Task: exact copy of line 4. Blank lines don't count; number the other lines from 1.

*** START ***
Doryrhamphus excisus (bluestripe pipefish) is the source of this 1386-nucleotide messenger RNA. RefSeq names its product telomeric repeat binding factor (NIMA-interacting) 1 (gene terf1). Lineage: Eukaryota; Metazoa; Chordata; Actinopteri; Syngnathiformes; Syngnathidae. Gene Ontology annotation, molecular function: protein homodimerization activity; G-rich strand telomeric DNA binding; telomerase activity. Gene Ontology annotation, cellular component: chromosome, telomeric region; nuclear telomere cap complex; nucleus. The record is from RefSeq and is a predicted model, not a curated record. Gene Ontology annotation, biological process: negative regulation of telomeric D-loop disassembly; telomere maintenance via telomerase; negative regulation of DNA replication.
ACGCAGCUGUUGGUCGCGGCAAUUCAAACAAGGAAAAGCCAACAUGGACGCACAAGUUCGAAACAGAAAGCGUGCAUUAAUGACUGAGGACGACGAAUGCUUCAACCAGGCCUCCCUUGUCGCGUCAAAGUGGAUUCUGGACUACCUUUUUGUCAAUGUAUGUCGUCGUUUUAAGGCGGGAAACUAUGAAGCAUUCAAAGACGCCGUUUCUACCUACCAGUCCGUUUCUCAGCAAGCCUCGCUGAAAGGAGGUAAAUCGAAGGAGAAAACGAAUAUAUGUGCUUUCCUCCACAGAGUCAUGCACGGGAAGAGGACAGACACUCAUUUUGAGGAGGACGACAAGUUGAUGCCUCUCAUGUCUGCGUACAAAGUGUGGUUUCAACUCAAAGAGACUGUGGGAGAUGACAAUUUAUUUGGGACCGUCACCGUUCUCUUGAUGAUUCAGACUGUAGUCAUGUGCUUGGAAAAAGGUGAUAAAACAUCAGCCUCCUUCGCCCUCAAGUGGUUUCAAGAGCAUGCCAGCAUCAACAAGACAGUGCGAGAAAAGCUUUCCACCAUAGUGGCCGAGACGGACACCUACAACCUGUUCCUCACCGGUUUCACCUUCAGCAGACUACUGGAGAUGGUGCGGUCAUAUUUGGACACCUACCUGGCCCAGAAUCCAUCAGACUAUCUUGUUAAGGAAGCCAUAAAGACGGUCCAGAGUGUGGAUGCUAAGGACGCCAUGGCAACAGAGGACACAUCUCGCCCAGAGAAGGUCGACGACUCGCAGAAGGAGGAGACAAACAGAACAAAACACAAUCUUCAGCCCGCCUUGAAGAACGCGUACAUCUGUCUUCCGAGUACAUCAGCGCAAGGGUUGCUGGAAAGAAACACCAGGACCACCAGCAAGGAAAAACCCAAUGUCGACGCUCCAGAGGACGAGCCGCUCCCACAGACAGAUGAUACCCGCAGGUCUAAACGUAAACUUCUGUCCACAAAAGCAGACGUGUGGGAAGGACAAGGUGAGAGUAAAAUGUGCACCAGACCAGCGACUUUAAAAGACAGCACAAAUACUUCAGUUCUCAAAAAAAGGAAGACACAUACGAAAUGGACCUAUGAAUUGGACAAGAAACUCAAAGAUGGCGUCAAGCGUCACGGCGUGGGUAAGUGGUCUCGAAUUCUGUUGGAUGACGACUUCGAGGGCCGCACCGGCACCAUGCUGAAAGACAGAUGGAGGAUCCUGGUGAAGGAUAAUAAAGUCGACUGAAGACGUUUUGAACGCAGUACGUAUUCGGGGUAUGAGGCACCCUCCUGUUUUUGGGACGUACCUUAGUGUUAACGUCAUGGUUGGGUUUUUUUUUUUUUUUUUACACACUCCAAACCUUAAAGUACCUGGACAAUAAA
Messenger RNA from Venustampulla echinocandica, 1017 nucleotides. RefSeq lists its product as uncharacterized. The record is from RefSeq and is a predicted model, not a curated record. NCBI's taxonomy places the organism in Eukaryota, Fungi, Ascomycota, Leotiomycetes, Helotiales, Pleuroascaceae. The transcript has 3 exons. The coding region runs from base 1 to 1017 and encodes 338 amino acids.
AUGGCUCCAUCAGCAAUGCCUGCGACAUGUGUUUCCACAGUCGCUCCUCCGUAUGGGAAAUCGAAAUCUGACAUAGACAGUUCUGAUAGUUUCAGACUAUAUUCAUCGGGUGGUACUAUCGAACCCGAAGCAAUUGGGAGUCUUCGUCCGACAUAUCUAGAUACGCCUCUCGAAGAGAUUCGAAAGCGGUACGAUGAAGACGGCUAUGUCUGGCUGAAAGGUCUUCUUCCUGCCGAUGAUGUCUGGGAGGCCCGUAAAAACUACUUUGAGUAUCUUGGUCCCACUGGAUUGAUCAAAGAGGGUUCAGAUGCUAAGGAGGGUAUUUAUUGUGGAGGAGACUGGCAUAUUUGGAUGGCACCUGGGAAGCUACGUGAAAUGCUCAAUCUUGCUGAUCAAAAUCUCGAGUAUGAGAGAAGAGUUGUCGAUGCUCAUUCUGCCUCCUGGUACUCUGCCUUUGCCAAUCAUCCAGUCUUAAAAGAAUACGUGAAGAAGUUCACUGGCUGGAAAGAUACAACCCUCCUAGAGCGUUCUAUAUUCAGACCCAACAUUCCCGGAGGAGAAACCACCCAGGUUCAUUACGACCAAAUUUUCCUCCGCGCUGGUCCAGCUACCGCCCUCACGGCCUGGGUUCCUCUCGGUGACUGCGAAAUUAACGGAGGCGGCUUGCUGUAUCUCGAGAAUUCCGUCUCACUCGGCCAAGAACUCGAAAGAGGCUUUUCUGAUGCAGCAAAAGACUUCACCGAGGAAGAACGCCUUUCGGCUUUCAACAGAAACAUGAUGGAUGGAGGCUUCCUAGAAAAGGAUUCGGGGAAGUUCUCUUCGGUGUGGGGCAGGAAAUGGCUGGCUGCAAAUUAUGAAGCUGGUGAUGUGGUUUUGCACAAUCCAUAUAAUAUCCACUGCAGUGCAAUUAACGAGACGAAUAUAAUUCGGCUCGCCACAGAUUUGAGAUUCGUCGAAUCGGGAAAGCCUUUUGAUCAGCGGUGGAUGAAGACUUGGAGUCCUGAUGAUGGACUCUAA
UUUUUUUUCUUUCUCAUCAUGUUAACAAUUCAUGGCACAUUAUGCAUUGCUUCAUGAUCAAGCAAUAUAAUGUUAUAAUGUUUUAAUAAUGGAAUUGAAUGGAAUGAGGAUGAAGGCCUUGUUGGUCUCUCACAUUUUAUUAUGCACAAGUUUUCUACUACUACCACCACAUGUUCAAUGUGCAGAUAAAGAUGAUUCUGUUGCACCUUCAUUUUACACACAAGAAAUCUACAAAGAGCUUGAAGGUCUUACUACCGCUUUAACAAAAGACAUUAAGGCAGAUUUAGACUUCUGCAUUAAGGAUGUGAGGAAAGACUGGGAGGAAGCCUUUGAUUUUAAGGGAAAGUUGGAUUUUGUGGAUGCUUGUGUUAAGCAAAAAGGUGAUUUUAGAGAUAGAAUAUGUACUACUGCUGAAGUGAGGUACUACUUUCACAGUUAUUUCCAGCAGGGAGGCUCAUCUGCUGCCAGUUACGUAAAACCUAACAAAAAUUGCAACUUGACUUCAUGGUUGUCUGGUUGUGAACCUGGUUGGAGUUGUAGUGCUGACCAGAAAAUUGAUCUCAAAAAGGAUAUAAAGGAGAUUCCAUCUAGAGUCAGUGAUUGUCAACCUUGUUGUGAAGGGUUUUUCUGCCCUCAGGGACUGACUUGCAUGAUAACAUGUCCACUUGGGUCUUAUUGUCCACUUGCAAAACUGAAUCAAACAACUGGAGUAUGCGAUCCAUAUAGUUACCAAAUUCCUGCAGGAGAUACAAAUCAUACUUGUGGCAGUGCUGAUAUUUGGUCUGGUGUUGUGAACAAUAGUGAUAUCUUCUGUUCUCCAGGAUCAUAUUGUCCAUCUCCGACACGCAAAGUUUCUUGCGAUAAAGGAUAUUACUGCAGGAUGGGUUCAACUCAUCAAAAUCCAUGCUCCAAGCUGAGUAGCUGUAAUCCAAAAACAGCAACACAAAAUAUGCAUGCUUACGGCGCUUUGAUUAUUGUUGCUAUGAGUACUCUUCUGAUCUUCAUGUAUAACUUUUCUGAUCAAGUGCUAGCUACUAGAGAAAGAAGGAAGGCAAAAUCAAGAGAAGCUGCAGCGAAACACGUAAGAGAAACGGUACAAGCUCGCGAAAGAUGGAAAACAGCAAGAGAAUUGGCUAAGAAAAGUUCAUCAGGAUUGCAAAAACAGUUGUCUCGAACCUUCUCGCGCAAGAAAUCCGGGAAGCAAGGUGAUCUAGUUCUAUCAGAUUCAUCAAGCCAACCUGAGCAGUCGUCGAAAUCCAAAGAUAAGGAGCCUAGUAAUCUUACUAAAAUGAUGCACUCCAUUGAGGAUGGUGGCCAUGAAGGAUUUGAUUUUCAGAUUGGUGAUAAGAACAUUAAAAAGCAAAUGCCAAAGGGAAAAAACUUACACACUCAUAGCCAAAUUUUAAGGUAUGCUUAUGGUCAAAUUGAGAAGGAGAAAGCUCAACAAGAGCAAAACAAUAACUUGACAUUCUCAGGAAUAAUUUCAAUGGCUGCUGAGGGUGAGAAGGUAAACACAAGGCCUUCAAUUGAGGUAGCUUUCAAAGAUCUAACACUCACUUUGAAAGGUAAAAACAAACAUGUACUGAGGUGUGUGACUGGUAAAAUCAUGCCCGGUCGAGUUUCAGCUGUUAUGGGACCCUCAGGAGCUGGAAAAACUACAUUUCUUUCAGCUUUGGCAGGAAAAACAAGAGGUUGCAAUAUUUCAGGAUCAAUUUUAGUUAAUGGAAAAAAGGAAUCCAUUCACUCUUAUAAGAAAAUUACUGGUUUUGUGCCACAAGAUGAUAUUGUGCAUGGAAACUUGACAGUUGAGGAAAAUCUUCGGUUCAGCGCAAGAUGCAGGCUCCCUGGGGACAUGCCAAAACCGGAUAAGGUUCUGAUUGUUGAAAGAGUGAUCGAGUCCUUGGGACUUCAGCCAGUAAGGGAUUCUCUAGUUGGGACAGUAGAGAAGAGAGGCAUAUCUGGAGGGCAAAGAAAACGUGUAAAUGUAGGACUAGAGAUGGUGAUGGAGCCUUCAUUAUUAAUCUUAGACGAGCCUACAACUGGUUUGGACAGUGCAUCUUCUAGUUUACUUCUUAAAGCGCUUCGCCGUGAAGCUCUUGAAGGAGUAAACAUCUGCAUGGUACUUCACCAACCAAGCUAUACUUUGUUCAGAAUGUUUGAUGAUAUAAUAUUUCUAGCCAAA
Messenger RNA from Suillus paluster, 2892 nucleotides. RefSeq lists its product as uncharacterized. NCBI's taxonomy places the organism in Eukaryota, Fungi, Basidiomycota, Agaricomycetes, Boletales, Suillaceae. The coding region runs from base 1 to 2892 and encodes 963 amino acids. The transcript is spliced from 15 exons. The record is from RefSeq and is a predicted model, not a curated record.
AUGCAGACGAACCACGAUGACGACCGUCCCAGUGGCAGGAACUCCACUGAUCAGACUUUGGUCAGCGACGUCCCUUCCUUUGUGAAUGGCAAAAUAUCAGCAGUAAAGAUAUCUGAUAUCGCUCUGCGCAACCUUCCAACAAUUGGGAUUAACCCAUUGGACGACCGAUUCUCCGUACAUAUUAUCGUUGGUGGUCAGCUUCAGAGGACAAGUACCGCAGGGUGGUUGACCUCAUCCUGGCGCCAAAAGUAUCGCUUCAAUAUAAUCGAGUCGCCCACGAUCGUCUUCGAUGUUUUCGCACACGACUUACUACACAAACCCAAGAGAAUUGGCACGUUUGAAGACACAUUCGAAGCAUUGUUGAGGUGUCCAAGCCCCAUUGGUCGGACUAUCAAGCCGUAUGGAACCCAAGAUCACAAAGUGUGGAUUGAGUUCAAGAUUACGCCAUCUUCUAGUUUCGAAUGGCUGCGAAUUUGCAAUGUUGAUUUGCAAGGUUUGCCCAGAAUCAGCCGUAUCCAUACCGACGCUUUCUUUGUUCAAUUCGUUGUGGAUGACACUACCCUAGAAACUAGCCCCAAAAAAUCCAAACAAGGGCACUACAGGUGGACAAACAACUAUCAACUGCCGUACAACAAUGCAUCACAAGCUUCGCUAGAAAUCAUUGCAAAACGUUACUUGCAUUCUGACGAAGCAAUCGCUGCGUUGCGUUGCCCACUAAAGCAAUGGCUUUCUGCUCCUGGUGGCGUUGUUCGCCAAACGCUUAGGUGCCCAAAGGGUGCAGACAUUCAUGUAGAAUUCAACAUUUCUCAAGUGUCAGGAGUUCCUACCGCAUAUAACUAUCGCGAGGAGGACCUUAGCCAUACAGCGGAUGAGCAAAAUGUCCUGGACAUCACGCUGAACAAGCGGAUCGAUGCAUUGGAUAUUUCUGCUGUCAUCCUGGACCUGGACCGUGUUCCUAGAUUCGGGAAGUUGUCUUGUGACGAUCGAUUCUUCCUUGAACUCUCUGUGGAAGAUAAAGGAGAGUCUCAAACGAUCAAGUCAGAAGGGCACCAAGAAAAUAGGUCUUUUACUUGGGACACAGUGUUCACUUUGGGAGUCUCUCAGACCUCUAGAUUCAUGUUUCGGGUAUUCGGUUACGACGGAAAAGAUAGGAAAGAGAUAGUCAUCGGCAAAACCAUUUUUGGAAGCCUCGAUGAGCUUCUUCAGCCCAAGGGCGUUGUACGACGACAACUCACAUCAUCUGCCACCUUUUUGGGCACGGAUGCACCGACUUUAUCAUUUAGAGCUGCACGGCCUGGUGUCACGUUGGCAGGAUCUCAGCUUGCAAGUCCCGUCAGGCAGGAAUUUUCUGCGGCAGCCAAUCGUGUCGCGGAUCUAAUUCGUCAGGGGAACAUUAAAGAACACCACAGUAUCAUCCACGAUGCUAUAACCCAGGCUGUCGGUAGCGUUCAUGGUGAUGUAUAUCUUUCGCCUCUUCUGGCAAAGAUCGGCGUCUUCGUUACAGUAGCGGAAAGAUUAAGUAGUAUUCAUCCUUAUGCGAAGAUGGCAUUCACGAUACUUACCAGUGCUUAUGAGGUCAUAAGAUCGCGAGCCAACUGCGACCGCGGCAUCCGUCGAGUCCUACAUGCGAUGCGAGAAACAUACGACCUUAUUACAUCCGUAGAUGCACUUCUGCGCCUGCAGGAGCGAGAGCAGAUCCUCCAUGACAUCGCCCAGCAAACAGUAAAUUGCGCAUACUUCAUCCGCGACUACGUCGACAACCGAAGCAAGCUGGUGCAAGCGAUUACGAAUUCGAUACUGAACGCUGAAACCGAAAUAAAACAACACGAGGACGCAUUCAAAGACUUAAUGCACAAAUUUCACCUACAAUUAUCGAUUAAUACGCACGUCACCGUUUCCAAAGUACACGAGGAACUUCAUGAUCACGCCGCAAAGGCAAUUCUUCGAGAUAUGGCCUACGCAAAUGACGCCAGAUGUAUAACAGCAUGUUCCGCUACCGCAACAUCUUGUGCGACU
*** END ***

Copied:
AUGGCUCCAUCAGCAAUGCCUGCGACAUGUGUUUCCACAGUCGCUCCUCCGUAUGGGAAAUCGAAAUCUGACAUAGACAGUUCUGAUAGUUUCAGACUAUAUUCAUCGGGUGGUACUAUCGAACCCGAAGCAAUUGGGAGUCUUCGUCCGACAUAUCUAGAUACGCCUCUCGAAGAGAUUCGAAAGCGGUACGAUGAAGACGGCUAUGUCUGGCUGAAAGGUCUUCUUCCUGCCGAUGAUGUCUGGGAGGCCCGUAAAAACUACUUUGAGUAUCUUGGUCCCACUGGAUUGAUCAAAGAGGGUUCAGAUGCUAAGGAGGGUAUUUAUUGUGGAGGAGACUGGCAUAUUUGGAUGGCACCUGGGAAGCUACGUGAAAUGCUCAAUCUUGCUGAUCAAAAUCUCGAGUAUGAGAGAAGAGUUGUCGAUGCUCAUUCUGCCUCCUGGUACUCUGCCUUUGCCAAUCAUCCAGUCUUAAAAGAAUACGUGAAGAAGUUCACUGGCUGGAAAGAUACAACCCUCCUAGAGCGUUCUAUAUUCAGACCCAACAUUCCCGGAGGAGAAACCACCCAGGUUCAUUACGACCAAAUUUUCCUCCGCGCUGGUCCAGCUACCGCCCUCACGGCCUGGGUUCCUCUCGGUGACUGCGAAAUUAACGGAGGCGGCUUGCUGUAUCUCGAGAAUUCCGUCUCACUCGGCCAAGAACUCGAAAGAGGCUUUUCUGAUGCAGCAAAAGACUUCACCGAGGAAGAACGCCUUUCGGCUUUCAACAGAAACAUGAUGGAUGGAGGCUUCCUAGAAAAGGAUUCGGGGAAGUUCUCUUCGGUGUGGGGCAGGAAAUGGCUGGCUGCAAAUUAUGAAGCUGGUGAUGUGGUUUUGCACAAUCCAUAUAAUAUCCACUGCAGUGCAAUUAACGAGACGAAUAUAAUUCGGCUCGCCACAGAUUUGAGAUUCGUCGAAUCGGGAAAGCCUUUUGAUCAGCGGUGGAUGAAGACUUGGAGUCCUGAUGAUGGACUCUAA